The history of drive clicking
Andy Finkel explains why the Amiga floppy disk drive has
an annoying clicking sound:
The story actually is as follows:
When the A1000 came out, we wanted to be able to automatically
detect disk insertion. So Neil Katin came up with the bright idea
which solves the usual problem of disk detection by stepping the
drive head, which resets the disk inserted latch. This, allows us
to automatically detect the insertion of a disk, or the removal of
a disk, because the latch is reset.
He decided to make it step from track 0 to track 1 and back.
This produced a clicking noise. OK, that was 1.0. For 1.2, we
discovered that we could reset the latch by stepping from track 0
to track -1. Because all drives have a 'track limit' sensor, no
actual head movement would occur. Thus, no click. Sounds good,
right ? Well, unfortunately, it seems the drive mechanism vendors
noticed that the track limit sensor was unused on the Amiga. So,
they removed it. You'll find that many 3rd party external drives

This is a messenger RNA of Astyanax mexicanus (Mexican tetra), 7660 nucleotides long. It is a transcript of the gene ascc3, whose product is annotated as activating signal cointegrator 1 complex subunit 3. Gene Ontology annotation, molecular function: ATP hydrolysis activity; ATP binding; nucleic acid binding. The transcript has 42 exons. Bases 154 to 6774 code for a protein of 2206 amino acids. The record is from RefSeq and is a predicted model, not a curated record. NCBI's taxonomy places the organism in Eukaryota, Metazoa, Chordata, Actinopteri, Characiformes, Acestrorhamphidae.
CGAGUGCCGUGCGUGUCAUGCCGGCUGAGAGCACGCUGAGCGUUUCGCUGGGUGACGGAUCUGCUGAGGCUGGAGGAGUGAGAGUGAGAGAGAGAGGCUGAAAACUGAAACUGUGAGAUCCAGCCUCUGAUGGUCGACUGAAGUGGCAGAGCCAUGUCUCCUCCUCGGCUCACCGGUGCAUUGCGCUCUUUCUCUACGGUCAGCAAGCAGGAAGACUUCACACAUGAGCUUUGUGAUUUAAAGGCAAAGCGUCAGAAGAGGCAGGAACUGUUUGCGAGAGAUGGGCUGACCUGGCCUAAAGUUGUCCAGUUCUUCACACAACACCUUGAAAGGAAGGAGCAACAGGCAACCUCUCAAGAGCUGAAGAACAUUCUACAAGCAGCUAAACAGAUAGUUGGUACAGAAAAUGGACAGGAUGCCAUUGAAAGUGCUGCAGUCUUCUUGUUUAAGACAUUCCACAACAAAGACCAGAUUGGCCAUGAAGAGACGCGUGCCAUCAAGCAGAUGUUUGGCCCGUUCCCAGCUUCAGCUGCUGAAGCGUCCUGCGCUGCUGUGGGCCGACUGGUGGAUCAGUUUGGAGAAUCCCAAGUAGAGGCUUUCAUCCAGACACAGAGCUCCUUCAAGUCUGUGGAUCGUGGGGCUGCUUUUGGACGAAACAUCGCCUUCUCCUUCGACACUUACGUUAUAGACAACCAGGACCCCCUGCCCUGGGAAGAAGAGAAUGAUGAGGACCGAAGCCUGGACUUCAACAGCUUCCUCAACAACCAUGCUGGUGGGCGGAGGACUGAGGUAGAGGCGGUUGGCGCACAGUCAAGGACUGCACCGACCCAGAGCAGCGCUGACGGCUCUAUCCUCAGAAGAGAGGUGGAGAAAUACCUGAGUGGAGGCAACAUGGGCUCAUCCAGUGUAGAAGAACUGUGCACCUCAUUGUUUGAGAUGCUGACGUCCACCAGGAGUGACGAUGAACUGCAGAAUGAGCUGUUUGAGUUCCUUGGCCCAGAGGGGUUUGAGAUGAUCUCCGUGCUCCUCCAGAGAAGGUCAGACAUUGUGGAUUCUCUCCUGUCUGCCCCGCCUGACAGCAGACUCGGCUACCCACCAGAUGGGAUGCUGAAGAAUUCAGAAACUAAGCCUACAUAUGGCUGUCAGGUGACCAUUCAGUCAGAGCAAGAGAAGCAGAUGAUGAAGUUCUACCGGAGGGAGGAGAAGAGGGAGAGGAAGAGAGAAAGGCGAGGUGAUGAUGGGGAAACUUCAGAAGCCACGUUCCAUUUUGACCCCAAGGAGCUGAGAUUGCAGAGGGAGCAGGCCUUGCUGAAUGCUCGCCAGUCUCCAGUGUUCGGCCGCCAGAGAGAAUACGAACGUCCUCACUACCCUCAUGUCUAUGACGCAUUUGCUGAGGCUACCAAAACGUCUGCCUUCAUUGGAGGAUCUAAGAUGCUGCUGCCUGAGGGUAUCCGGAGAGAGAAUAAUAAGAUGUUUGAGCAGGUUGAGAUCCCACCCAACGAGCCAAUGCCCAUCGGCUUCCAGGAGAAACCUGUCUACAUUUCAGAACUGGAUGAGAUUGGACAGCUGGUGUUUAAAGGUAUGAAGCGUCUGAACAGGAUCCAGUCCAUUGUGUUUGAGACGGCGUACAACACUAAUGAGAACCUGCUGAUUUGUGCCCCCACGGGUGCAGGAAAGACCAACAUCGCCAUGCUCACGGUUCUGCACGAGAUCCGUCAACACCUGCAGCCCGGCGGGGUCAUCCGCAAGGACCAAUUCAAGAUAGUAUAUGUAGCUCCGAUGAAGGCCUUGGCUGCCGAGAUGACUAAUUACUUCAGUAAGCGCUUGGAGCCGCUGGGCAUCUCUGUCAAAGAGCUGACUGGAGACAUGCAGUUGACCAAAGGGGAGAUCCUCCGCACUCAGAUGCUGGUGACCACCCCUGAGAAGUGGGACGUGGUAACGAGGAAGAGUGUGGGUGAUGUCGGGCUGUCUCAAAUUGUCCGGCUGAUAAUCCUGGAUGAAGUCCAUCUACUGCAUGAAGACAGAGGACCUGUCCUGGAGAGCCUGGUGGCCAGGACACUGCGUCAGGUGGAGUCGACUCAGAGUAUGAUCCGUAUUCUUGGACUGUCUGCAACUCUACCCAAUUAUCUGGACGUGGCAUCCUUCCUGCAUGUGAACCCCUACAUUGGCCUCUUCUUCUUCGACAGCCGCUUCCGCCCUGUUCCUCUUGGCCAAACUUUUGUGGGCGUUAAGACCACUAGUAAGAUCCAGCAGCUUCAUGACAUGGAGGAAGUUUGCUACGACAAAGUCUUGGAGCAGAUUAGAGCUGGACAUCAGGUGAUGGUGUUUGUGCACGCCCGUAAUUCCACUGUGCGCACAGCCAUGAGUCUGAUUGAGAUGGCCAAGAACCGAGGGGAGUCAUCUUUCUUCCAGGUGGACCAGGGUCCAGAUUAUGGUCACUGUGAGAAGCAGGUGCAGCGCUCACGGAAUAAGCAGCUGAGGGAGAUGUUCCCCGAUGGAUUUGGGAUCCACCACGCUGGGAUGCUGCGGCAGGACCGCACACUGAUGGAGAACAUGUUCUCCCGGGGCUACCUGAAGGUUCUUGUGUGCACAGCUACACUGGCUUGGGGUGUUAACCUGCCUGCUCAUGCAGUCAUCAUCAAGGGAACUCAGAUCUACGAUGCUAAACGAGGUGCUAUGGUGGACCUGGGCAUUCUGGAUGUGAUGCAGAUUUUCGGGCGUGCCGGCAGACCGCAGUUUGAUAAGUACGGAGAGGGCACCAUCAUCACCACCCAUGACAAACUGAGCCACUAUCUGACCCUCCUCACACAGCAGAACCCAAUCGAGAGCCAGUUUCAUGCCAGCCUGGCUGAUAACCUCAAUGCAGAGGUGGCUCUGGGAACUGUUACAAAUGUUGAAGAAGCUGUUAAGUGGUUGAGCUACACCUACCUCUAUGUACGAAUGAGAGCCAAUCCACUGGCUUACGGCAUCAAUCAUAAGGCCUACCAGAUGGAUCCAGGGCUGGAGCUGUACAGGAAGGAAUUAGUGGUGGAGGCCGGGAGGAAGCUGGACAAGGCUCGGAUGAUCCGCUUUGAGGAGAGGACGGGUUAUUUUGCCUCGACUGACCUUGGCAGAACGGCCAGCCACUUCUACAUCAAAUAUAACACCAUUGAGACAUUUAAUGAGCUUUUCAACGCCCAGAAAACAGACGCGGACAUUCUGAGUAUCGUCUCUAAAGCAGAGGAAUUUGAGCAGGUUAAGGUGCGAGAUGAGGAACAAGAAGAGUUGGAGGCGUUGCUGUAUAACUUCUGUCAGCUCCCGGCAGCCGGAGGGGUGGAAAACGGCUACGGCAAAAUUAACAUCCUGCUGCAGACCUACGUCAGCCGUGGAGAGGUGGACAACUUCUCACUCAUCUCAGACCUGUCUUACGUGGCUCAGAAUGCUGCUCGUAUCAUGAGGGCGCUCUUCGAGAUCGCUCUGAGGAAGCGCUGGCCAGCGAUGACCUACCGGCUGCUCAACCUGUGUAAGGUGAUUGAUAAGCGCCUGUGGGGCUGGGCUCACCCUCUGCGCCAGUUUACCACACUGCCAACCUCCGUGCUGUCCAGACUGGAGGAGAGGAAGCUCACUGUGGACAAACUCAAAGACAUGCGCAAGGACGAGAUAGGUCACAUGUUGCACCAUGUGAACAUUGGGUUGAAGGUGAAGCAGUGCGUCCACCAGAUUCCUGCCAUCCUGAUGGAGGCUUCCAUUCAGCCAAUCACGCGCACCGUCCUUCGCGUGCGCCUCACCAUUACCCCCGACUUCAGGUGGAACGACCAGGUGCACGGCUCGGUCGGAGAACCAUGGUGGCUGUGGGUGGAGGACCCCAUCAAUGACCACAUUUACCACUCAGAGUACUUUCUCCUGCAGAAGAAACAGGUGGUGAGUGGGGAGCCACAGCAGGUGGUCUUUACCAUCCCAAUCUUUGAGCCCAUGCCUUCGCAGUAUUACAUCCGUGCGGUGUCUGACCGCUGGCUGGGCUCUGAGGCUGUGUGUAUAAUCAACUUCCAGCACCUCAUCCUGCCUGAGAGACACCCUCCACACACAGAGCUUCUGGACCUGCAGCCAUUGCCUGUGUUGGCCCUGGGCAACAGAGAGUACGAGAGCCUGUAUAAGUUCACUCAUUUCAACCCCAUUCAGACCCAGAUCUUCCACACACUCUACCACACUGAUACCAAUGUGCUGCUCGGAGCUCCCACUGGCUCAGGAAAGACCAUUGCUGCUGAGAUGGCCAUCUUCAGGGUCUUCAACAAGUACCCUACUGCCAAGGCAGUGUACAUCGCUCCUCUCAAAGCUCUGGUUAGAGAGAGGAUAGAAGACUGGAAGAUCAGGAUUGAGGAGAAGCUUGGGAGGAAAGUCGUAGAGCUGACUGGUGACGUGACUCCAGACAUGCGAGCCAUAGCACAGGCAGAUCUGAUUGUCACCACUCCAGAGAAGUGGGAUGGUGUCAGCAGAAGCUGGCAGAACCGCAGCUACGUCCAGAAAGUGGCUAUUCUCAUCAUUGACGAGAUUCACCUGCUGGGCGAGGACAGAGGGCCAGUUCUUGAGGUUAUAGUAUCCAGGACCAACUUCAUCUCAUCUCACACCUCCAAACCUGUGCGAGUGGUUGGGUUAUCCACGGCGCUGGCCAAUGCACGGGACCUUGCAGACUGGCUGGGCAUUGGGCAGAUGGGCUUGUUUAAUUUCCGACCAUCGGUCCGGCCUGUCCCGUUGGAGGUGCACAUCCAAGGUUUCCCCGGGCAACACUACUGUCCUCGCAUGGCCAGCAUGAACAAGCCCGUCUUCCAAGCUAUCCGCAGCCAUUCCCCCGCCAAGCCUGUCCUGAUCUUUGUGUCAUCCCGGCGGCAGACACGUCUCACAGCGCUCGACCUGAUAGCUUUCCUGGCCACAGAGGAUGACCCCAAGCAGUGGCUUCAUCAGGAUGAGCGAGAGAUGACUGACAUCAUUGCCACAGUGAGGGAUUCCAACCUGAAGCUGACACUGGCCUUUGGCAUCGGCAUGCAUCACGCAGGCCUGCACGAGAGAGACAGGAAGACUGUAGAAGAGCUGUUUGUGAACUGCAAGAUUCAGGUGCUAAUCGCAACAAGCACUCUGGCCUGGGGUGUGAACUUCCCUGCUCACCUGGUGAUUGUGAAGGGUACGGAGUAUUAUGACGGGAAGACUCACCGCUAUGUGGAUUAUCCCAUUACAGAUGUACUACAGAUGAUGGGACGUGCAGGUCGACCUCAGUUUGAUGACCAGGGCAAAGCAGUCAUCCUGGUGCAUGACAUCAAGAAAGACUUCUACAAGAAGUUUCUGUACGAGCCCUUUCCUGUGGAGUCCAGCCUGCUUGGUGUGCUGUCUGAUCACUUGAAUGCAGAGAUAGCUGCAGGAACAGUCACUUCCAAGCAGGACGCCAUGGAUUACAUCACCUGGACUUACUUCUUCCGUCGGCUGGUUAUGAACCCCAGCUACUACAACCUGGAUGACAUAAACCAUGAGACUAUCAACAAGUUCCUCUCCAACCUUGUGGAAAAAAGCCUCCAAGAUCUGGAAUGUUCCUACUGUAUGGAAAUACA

(and some A1010s) don't have this sensor. You know what happens
when you seek from track 0 to track -1 on a drive without the limit
sensor ? Right. The drive head bangs against the stop, which not
only is louder than the original click, but is actually damaging
the alignment of the drive itself.
And that's the story. If your drive clicks louder when you use a
'Noclick' program, stop using it. You are hurting your drive. (BTW,
the early A1000 driver had the track limit sensor. Those were
premium drives, in fact. Possibly your A1000 had its drive replaced
at some later time).
(And the drives don't click if you have a disk in the drive,
whether or not you run a NoClick program)